Winning an Oscar is often a fast ticket to admission into the ranks of Academy voters. But to retired NBA star Kobe Bryant, the Academy sent a clear message: you are not welcome.
The animation and shorts branch that nominated Bryant and animator Glen Keane’s animated short “Dear Basketball,” which took home the Oscar last March, had no problem with extending him an invitation to become an Oscar member. He’s a local sports star. At February’s Oscar Nominees lunch, Bryant was given a hero’s welcome amid rousing applause as he joined the annual nominees photo. After all, he’s a retired LA Lakers team captain — and many Oscar watchers instantly perceived that he was in a strong position to take home a statue.
It’s the Academy code of conduct that got in the way here. The Governors of the Academy voted to rescind the Short Films & Animation branch invitation to Bryant. Bill Kroyer, one of three Academy governors representing the Short Films and Animation Branch, sent a letter to his branch letting them know that Bryant would not be invited to join. Although Bryant has expressed a desire to make more shorts, the Academy deemed the athlete to lack experience in the field.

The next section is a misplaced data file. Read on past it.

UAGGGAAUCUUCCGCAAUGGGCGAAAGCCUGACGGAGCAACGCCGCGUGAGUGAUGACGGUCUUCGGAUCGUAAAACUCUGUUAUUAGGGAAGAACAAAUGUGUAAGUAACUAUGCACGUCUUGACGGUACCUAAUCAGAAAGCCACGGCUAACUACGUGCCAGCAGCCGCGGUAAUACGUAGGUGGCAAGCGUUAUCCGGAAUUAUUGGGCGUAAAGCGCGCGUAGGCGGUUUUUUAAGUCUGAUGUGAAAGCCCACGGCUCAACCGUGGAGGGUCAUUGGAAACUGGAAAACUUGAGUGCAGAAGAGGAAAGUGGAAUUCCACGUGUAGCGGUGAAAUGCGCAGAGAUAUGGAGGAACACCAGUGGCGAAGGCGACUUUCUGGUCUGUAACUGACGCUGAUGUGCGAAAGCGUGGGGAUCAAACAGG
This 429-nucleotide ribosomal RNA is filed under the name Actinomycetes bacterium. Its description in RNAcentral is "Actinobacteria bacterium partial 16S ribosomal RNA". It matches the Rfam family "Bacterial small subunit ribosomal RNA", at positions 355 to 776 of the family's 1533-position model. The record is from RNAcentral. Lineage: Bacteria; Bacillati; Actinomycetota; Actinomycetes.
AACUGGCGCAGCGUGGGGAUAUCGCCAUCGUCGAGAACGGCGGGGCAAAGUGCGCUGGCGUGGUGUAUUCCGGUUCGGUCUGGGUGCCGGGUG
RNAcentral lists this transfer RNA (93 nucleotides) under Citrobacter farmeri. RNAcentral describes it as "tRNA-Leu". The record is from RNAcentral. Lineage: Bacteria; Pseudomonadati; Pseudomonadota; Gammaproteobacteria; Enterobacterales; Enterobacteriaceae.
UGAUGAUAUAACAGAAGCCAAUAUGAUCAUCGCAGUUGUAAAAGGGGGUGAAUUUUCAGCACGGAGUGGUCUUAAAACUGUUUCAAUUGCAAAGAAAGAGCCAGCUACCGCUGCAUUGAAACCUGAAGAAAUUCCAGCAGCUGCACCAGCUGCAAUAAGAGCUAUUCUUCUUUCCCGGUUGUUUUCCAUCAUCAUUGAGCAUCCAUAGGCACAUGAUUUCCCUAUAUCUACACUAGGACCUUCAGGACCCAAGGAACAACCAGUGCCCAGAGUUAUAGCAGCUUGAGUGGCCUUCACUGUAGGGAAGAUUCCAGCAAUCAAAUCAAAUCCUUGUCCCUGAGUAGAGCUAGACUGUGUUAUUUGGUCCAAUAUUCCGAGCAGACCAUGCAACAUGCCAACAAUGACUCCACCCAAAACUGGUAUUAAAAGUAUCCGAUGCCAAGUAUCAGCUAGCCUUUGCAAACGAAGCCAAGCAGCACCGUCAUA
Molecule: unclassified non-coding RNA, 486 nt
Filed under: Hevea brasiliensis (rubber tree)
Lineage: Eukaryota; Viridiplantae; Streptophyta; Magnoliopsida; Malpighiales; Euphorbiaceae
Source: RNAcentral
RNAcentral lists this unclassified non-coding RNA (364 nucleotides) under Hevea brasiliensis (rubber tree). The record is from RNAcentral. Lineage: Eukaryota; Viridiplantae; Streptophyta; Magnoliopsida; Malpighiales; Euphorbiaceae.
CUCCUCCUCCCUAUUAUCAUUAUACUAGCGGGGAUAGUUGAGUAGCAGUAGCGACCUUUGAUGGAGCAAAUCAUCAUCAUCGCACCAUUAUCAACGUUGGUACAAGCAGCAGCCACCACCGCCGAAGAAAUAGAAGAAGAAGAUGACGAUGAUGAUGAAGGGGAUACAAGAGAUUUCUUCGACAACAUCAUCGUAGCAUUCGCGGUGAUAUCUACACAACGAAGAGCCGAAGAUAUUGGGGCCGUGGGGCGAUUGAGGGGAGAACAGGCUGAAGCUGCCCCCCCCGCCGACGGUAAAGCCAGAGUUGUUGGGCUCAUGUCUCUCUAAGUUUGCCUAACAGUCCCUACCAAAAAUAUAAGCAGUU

It’s more likely that his tarnished reputation as an alleged sexual assaulter may have tipped the scale. (Bryant’s 2003 19-year-old accuser refused to testify and Bryant settled a later civil case.) The Academy is sensitive to these issues, having just expelled Harvey Weinstein, Bill Cosby and Roman Polanski from their membership rolls.
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In the pre-#MeToo era it’s likely that Bryant’s invite would have sailed through. But during Oscar season, more than 17,000 people signed a petition asking the Academy to deny him the Oscar. It didn’t impact his win. But it likely registered with the Board of Governors, the final arbiter of who gets to join.
The Academy will announce the list of new invited members on Monday.